Hyperexpression of N-acetylglucosaminyltransferase-III in liver tissues of transgenic mice causes fatty body and obesity through severe accumulation of Apo A-I and Apo B

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Hyperexpression of N-acetylglucosaminyltransferase-III in liver tissues of transgenic mice causes fatty body and obesity through severe accumulation of Apo A-I and Apo B
Jeong Woong Lee; Eun Young Song; T W Chung; S K Kang; K S Kim; T H Chung; Young Il Yeom; C H Kim
Bibliographic Citation
Archives of Biochemistry and Biophysics, vol. 426, no. 1, pp. 18-31
Publication Year
N-Acetylglucosaminyltransferase (GnT)-III catalyzes the attachment of an N-acetylglucosamine (GlcNAc) residue to mannose in β(1-4) configuration in the region of N-glycans and forms a bisecting GlcNAc. To investigate the pathophysiological role of dysregulated glycosylation mediated by aberrantly expressed GnT-III, we generated transgenic mice hyperexpressing the human GnT-III in the liver by introducing human GnT-III cDNA under the control of mouse albumin enhancer/promoter. Total five transgenic founder mice (pGnTSVTpA-10, -14, -20, -25, and -51) expressed the human GnT-III in their livers and were characterized by molecular genetic means. The copy number of transgene integrated into the genome of these mice ranged between 1 and 3 copies per haploid genome. Northern and Western blot analyses showed that the transgene is specifically expressed in the liver but not in any other tissues tested. The triglyceride level in GnT-III transgenic mice was significantly decreased, however, no significant differences in the levels of glucose, cholesterol, or albumin were observed between transgenic and nontransgenic mice. Although glutamate oxaloacetic transaminase and glutamic pyruvic transaminase activities of transgenic mice were also higher than those of nontransgenic mice, no differences in total bililubin and total protein were observed between the two animal lines. Large amounts of apolipoprotein (Apo) A-I and Apo B were specifically detected in the intracellular liver of transgenic mice. The accumulation of Apo A-I in hepatocytes may be due to aberrant glycosylation, since glycosylated Apo A-I was not observed in transgenic mice. However, the accumulated Apo B was severely glycosylated. Therefore, it is suggested that highly expressed transgenic GnT-III allowed unknown target proteins to be glycosylated in large amounts, and the resulting target protein(s) disrupted in assembly formation of Apo A-I in the hepatocytes and cause a decrease in the release of lipoproteins and accumulations of Apo A-I and Apo B in the liver. The transgenic mice showed aberrant glycosylation by GnT-III, resulting in numerous lipid droplets in liver tissues and the obesity. These mice showed microvesicular fatty changes with abnormal lipid accumulation in the hepatocytes. Our study provides the basis for future analysis of the role of glycosylation in hepatic pathogenesis. In the transgenic mice, Apo A-I and Apo B were significantly increased compared with levels in nontransgenic liver tissues.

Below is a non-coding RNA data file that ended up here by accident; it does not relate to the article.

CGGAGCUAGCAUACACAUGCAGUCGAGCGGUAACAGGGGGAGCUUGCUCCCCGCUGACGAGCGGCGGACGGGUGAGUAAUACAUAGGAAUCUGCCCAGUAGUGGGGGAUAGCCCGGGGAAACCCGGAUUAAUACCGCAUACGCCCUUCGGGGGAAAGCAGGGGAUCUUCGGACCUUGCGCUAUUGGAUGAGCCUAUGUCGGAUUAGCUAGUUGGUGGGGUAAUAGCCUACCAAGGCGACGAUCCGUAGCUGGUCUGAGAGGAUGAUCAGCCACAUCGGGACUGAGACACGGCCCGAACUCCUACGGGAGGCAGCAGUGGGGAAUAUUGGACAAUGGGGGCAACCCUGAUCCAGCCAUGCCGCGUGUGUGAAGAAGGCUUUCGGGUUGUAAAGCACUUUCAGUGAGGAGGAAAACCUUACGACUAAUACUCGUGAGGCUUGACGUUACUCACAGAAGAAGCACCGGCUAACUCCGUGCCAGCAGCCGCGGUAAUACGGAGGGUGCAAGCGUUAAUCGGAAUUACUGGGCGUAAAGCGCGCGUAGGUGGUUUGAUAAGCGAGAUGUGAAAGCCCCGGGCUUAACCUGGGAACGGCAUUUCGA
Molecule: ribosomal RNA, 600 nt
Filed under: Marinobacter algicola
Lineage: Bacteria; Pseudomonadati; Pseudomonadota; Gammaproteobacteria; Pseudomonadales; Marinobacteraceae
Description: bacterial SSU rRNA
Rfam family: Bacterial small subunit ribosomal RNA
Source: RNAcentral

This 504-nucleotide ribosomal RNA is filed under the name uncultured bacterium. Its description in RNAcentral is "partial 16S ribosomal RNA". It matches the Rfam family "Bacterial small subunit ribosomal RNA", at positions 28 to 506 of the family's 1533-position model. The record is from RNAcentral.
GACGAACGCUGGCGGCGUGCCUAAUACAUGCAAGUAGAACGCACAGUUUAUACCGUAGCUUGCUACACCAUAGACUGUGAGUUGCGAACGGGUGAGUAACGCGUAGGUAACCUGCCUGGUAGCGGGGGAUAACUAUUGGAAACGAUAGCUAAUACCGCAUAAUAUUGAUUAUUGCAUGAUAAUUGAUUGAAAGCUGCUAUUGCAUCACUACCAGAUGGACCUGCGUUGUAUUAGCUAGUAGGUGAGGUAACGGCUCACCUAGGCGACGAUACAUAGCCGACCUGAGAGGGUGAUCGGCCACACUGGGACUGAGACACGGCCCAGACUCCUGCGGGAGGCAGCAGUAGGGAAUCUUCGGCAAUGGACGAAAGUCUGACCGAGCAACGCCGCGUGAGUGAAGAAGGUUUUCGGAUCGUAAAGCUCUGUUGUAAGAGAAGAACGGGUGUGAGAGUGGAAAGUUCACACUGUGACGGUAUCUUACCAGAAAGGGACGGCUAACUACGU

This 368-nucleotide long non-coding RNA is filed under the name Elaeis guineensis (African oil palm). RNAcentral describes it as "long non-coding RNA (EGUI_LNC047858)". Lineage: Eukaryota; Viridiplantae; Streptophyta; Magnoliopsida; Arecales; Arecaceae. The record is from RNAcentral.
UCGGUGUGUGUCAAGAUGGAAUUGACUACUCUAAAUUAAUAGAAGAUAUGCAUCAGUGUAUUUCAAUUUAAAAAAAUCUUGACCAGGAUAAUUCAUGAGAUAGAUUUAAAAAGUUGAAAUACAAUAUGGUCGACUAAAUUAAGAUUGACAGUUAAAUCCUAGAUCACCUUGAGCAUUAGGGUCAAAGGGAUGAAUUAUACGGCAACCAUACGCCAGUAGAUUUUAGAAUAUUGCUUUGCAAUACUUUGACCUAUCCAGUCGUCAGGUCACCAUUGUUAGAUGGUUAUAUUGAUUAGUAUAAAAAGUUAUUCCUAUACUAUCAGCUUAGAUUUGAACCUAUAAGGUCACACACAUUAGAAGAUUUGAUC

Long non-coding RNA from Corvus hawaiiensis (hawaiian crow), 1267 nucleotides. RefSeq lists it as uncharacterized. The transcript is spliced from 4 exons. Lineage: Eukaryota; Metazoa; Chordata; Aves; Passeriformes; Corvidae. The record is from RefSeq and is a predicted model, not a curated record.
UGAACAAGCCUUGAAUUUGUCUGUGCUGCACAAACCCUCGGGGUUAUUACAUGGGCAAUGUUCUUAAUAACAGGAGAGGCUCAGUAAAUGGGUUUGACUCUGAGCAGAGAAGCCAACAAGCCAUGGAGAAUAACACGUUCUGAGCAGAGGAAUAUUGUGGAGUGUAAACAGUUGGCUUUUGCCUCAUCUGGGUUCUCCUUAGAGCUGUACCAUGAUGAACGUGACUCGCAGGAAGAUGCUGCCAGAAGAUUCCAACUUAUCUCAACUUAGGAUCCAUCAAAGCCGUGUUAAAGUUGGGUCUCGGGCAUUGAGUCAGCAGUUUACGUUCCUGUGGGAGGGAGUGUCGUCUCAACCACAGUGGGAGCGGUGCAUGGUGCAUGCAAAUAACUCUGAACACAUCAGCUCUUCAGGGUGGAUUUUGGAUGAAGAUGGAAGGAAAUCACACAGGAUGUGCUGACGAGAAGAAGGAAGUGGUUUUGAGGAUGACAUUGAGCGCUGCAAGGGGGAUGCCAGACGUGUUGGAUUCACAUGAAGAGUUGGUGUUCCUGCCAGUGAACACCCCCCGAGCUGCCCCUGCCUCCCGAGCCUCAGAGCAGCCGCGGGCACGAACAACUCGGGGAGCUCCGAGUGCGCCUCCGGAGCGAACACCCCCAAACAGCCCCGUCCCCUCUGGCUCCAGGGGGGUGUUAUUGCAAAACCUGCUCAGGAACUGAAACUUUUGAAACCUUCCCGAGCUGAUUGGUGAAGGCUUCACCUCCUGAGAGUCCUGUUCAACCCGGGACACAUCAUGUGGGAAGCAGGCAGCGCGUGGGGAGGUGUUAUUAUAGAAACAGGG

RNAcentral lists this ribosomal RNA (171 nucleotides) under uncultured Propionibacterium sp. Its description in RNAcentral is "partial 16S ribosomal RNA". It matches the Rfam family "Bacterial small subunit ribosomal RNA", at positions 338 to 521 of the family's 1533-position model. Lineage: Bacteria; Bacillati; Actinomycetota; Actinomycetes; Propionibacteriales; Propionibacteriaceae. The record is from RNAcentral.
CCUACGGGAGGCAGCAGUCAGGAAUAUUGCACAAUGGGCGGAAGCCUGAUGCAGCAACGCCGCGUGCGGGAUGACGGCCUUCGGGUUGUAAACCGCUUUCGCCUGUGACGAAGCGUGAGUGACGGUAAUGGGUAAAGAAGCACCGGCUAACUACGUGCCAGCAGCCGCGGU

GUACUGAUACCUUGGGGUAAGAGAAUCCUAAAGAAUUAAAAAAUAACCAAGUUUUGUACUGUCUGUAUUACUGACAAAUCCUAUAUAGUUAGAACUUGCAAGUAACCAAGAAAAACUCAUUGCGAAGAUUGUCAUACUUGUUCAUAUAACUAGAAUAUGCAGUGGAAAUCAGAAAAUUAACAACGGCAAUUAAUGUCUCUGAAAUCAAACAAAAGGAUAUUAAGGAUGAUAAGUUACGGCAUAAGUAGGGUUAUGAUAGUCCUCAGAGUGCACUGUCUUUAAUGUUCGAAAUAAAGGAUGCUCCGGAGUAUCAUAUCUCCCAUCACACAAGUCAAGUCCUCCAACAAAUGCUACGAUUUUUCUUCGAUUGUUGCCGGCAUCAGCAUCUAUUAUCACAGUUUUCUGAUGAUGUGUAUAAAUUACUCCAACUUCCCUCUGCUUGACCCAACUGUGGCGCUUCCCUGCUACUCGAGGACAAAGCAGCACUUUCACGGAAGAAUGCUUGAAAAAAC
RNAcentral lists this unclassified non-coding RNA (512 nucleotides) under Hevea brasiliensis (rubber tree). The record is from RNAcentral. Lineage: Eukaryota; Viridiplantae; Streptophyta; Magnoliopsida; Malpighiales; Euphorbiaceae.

Apo A-IApo BFatty bodyGnT-IIIN-AcetylglucosamineN-GlycosylationObesityTransgenic mice
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Division of Biomedical Research > Biotherapeutics Translational Research Center > 1. Journal Articles
Division of Biomedical Research > Personalized Genomic Medicine Research Center > 1. Journal Articles
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